That line, Ladies and Gentlemen, was from the opening remarks of candidate Amy Dawson at a judicial candidate forum last Friday (October 24th) in south Minneapolis. And it was followed up with, as best I can recollect, “…and I’ll probably have to recuse myself from some cases if I’m elected.”

Now, I’m not an attorney, but even the ol’ TwoPutter knows a no-no when he hears one. The election of judges, and Amy Dawson is a candidate for the Hennepin County Bench Seat 61, is supposed to be about judicial philosophy, NOT political ideology. That comment, “I love to sue insurance companies” goes straight to judicial philosophy: it’s ok to have blatant biases and sit on a seat where citizens should be able to expect judgess with open minds and impartial attitudes.

After the forum was over, I went to the nearest attorney I could find and said: “I cannot believe I just heard a candidate just say she loved to sue insurance companies and would probably have to recuse cases if elected.” “Yeah, it’s like 70 percent of the civil cases filed that involve insurance companies.” I asked Ms. Dawson’s staffer/volunteer about the comment; the reply was “So? She’s said it before.”

Apparently, Ms. Dawson doesn’t see a problem with being blatant about a bias towards an industry that makes up a big percentage of cases she’s likely to hear, should she be elected. I wondered if others did.

First call? My insurance agent. “Say, what would you think about a new judge being elected that says she loves to sue you?” After relaying the particulars, it’s pretty safe that conversation was passed up and on.

I made many calls to mostly attorneys; attorneys on both sides of the political aisle. Only one explained that he wished candidates for the bench were more forthcoming on what their biases are. The rest? Responses ran from “problematic” “unfortunate” “troublesome” to “You’ve got to be (bad word, deleted)in’ (bad word, deleted)in’ me!!!”

No, gentle readers, I am not. One follow up email read: “No credible judicial candidate would ever boast about loving to sue insurance companies and that they would need to recuse themselves from cases. Any candidate making such a statement would face serious questions about whether they had the judicial temperament to serve on the bench.” Another sent this: “Look at Rule 4.1 (11). Her comments may not have been “pledges, promises, or commitments” but they’re close. Admitting she would have to recuse herself over them is an admission of that. Her website is a wink and a nod about judicial independence.”

Almost universal was agreement that if elected, Ms. Dawson would indeed be recusing herself from cases involving insurance companies; one speculated that were Ms. Dawson not to, any insurance company would surely file a motion to recuse immediately upon finding their case had been assigned to Ms. Dawson.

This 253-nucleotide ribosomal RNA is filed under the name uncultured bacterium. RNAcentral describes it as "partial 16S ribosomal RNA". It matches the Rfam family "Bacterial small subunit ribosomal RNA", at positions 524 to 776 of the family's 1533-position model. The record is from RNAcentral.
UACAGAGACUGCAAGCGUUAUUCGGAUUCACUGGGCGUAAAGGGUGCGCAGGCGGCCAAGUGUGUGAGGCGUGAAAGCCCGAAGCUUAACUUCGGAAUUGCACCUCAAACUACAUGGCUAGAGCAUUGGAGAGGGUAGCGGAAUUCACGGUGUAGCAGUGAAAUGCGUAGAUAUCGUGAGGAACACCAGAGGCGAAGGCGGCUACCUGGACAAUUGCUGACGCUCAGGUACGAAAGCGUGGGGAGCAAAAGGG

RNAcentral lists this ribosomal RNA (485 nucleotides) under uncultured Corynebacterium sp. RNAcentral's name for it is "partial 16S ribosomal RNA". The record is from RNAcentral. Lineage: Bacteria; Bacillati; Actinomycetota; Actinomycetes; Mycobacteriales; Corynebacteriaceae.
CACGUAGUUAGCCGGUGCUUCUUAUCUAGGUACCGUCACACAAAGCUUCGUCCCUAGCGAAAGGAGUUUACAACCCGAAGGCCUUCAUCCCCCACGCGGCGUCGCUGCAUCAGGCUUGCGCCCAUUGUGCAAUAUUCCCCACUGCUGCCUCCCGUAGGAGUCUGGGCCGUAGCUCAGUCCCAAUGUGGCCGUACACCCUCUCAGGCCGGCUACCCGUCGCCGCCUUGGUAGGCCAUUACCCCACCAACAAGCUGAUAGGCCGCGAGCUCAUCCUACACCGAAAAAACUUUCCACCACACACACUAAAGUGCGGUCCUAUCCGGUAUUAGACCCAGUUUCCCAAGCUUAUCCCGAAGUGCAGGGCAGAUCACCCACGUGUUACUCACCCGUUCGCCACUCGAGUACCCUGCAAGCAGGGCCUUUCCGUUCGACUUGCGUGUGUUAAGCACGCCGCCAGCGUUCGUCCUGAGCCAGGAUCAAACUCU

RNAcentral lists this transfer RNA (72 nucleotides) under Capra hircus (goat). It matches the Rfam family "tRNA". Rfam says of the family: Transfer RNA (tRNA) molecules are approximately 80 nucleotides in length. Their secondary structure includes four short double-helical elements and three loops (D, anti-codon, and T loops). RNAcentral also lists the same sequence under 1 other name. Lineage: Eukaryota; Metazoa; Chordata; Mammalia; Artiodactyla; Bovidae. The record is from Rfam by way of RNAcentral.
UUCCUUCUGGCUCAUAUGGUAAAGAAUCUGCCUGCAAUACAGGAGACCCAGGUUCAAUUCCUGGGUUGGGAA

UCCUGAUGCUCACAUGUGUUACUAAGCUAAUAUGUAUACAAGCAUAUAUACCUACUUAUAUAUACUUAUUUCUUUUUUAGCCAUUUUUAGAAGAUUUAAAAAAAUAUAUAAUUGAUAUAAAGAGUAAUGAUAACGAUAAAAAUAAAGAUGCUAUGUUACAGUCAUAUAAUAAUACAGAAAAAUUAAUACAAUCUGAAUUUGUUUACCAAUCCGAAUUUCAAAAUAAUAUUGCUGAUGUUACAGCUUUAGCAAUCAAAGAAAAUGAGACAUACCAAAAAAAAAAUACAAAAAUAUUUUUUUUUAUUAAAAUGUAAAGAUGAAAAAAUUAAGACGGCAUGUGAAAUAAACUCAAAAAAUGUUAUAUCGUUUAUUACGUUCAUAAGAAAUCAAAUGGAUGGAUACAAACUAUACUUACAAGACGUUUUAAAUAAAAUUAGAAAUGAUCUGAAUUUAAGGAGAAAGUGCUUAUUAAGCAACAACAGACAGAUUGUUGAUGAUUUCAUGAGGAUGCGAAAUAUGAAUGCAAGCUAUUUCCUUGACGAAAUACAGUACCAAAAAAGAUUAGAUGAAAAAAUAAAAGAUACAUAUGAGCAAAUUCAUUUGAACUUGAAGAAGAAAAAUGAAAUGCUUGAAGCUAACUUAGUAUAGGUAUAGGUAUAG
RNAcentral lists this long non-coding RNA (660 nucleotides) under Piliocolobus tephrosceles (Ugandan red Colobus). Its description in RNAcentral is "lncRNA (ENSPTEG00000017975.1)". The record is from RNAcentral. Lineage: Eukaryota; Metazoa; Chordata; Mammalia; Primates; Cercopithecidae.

I can assure you, Ladies and Gents, that if I were to find myself in Hennepin County Court, should she win her election Ms Dawson would not be hearing my case – a motion to recuse would be filed. You see, I prefer my judges fair and impartial. Hennepin County deserves a judge ready and able to sit on 100% of the civil cases brought before the bench. Ms. Dawson cannot be that judge with her “I love to sue insurance companies” comment.

Photo, above, by TPT at Turtle Bread in south Minneapolis, 24 October 2014

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Some Thoughts On GOPer Voting Fraud

On March 21, 2012, in Dirty Politics, Videos, by tommy

Jodi Boyne is the Public Affairs Director for the Minnesota House GOP, and she sent that tweet out just a few hours ago. On a straight party-line vote, Republicans voted to place a State Constitutional Amendment to enshrine Voter Suppression on the ballot this November.

I, of course, retweeted it – with #NotIntendedToBeAFactualStatement” preceding the “RT”!

Why? Because, Gentle Readers, the Republicans are hoping to disenfranchise as many people – students, elderly, the poor, etc etc etc – as they can. They want to put into the Great State of Minnesota’s Constitution a way to prohibit participation; something a little more subtle than the disenfranchisement they’ve been sticking to Ron Paul supporters already. And if they’ll do it to Ron Paul – ostensibly, a fellow Republican – you know dam sure they’ll do it to you.

So, what have they been doing to Ron Paul supporters? From Georgia, let’s look!

(Direct Link To YouTube)

OK, that one is a little long, but: if the GOP is doing everything they can to suppress the votes of people ostensibly within their own Party; why wouldn’t they suppress votes from people outside of their party?

And it’s not just Georgia. Just last month, in February 2012, there was a vote counting scandal in the Main Republican Straw Poll. Just the other day, Republicans actually had Ron Paul supporters arrested in Missouri for trying to follow the rules and get their people elected. And let’s not forget about the GOP’s vote counting scandal in Nevada; check out the links at the end of that story!

This kind of internal party suppression stuff isn’t new; I wrote about the 2008 Republican State Convention: “Fear And Loathing In Rochester”.

So when you have a PR Flack like Boyne pushing a Republican talking point – “Minnesotans deserve to know their votes count” – you can be dam sure that that’s NOT what it’s about.

And the scandals involving the Ron Paul 2012 Suppression are just another example of what I always say” “The Republican Party is morally bankrupt, intellectually dishonest, and institutionally corrupt.”

But hey – don’t just take it from me; remember what former RNC Chair Michael Steele said?

“You have absolutely no reason – none – to trust our words or our actions at this point.”

True then, true today, and you can bet it’ll be true tomorrow too.

This Republican Voter Surpression Amendment MUST be stopped.

(cross posted at; comments welcome there)